My Journey to the Jewish Question


    by Rockaboatus, The Unz Review:

    Growing up in Southern California, I had always been around Jews. This is because many Jews attended the same public schools I did in the San Fernando Valley. My father had a business in Hollywood for almost 50 years, and a number of his clients and friends were Jewish.

    I can’t honestly say I had any problem with Jews at the time. The only thing that stood out about them to me was their geekiness and somewhat frail appearance. I saw them as nerds and bookish types. They didn’t seem athletically gifted, and they were rather odd looking when compared to my WASP ‘jock’ friends in high school. I was happy when Jewish holidays arrived because a large portion of our student body would be gone, and no homework was assigned on those days.

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    In my twenties I had a Jewish friend I was very close with. Even though I knew nothing at the time about the Jewish Question, I distinctly remember how overtly ‘Jewish’ he was. He had all the stereotypical traits that we think of when we try to describe what Jews are like. One thing that stood out was how he tended to exaggerate everything he didn’t like or agree with. I had to constantly calm him and get him to see that things were not as bad as he imagined.

    This characteristic of hyperbole and overblowing things, I would later discover, is very typical of Jews. It has served them well for the past two centuries in getting European Whites to fight wars on their behalf. It has also conditioned us to see Jews as victims, and to view even the slightest opposition to them as a threat to their survival.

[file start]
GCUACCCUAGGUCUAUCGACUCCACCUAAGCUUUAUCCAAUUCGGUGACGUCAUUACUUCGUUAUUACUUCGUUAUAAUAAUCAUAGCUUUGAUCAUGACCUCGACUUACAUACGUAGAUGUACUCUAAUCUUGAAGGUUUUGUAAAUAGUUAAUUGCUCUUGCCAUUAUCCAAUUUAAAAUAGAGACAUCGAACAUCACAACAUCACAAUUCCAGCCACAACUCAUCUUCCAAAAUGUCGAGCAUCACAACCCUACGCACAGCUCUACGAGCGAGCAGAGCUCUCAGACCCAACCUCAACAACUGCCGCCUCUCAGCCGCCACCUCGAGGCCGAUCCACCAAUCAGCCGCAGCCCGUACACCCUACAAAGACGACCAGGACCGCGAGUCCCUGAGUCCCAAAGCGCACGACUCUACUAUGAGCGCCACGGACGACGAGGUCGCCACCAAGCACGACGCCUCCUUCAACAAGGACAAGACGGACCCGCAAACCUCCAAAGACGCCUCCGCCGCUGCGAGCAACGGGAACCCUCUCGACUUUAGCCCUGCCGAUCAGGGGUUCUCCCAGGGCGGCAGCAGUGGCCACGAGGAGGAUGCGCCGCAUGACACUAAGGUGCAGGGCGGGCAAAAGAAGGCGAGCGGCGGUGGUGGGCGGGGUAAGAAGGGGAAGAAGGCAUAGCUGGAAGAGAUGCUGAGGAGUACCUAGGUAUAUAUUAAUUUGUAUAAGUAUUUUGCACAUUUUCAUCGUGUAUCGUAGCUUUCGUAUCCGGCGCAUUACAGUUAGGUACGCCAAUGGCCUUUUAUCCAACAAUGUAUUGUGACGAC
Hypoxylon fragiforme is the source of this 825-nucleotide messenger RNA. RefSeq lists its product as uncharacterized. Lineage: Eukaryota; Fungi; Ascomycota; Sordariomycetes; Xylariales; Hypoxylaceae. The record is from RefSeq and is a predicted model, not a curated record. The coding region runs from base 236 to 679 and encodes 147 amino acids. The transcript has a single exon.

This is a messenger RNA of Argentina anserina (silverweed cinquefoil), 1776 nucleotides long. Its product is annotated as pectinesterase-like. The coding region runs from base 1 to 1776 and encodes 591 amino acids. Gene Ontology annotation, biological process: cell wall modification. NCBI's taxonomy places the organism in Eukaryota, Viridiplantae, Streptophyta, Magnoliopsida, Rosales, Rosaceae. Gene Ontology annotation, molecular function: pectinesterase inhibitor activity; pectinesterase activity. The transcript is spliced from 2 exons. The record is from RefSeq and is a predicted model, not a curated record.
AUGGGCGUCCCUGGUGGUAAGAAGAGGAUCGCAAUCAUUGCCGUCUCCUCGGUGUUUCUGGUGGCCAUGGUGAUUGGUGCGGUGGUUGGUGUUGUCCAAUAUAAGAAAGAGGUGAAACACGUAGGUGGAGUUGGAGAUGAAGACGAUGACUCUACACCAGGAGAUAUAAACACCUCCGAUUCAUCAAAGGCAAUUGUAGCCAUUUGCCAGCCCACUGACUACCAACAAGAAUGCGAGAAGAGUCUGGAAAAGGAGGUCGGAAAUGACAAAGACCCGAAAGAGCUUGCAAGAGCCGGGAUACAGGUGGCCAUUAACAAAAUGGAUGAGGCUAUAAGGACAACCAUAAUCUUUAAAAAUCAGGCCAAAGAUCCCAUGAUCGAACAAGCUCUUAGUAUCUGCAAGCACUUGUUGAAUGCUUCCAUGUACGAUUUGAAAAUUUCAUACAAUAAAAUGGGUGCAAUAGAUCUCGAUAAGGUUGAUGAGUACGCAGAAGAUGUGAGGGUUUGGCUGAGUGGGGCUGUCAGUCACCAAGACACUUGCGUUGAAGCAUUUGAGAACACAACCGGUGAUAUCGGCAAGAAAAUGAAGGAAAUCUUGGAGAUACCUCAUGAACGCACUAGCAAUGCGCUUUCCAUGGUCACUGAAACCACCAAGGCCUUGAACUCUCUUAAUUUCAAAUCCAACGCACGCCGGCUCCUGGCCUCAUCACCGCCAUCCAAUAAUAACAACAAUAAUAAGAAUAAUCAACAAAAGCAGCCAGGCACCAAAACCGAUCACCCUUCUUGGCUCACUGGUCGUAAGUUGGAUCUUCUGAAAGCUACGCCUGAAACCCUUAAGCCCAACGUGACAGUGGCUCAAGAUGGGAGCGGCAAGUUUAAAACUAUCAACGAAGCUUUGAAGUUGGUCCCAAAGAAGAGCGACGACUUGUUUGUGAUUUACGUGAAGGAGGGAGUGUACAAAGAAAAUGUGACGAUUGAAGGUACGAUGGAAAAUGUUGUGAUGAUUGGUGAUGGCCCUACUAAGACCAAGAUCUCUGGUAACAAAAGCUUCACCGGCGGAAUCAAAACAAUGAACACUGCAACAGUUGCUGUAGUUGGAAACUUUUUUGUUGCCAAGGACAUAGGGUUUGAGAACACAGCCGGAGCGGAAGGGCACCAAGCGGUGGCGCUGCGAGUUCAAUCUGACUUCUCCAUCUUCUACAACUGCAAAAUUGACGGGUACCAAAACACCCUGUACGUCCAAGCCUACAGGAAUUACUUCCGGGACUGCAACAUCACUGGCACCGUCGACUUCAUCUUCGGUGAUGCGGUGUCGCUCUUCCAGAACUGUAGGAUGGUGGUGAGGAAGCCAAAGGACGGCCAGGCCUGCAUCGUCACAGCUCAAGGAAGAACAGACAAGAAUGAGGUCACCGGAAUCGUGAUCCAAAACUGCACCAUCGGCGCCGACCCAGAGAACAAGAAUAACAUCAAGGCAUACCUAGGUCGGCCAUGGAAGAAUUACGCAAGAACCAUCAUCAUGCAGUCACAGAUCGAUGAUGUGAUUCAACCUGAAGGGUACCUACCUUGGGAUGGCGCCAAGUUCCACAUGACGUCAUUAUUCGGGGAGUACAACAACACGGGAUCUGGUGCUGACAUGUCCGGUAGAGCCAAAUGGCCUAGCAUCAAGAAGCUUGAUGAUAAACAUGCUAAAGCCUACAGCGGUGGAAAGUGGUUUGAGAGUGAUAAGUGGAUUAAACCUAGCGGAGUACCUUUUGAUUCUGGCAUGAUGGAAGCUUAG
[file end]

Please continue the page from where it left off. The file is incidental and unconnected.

The more Jews I met and developed friendships with, the more I recognized the same general characteristics among them. They also had good qualities such as their appreciation for education, their seemingly natural ability to understand finances and prosper, their ability to speak well, and their zeal for humanitarian causes. I don’t impugn Jews for having them. I also found them to be earnest in promoting liberal political issues, particularly those that were beneficial to their ethnic group. At the time I didn’t think much of it. My opinion of Jews was generally positive, although I was aware that a good many of them were neurotic and rather odd.

    When I became racially conscious in 2002, I still had favorable opinions of Jews. But I soon learned that among those in the White identity movement, there existed some very critical opinions of Jews. And not just a few either, but a seemingly vocal majority. I was eager and ready to criticize Blacks and rail against illegal immigration, but I felt it was a bridge too far to criticize Jews.

    I struggled with this because I saw it as “anti-Semitic” in nature, and “anti-Semitism” to me at the time was just plain wrong. Little did I realize during this period how deeply I had been conditioned to believe only the best about Jews.

    I would regularly visit pro-White websites and interact with other commenters. Every time the issue of the disproportionate number of Jews who sat in the highest seats of our government was mentioned, including the control they have over our banks, Hollywood, and every form of media, I would reply that such criticism was merely due to jealousy on their part. They were envious that Jews were smarter and better than they were. I argued that due to their superior intelligence, it was quite natural that Jews would attain such lofty positions of influence and power. Ashkenazi IQ levels proved it, and so how could anyone argue to the contrary?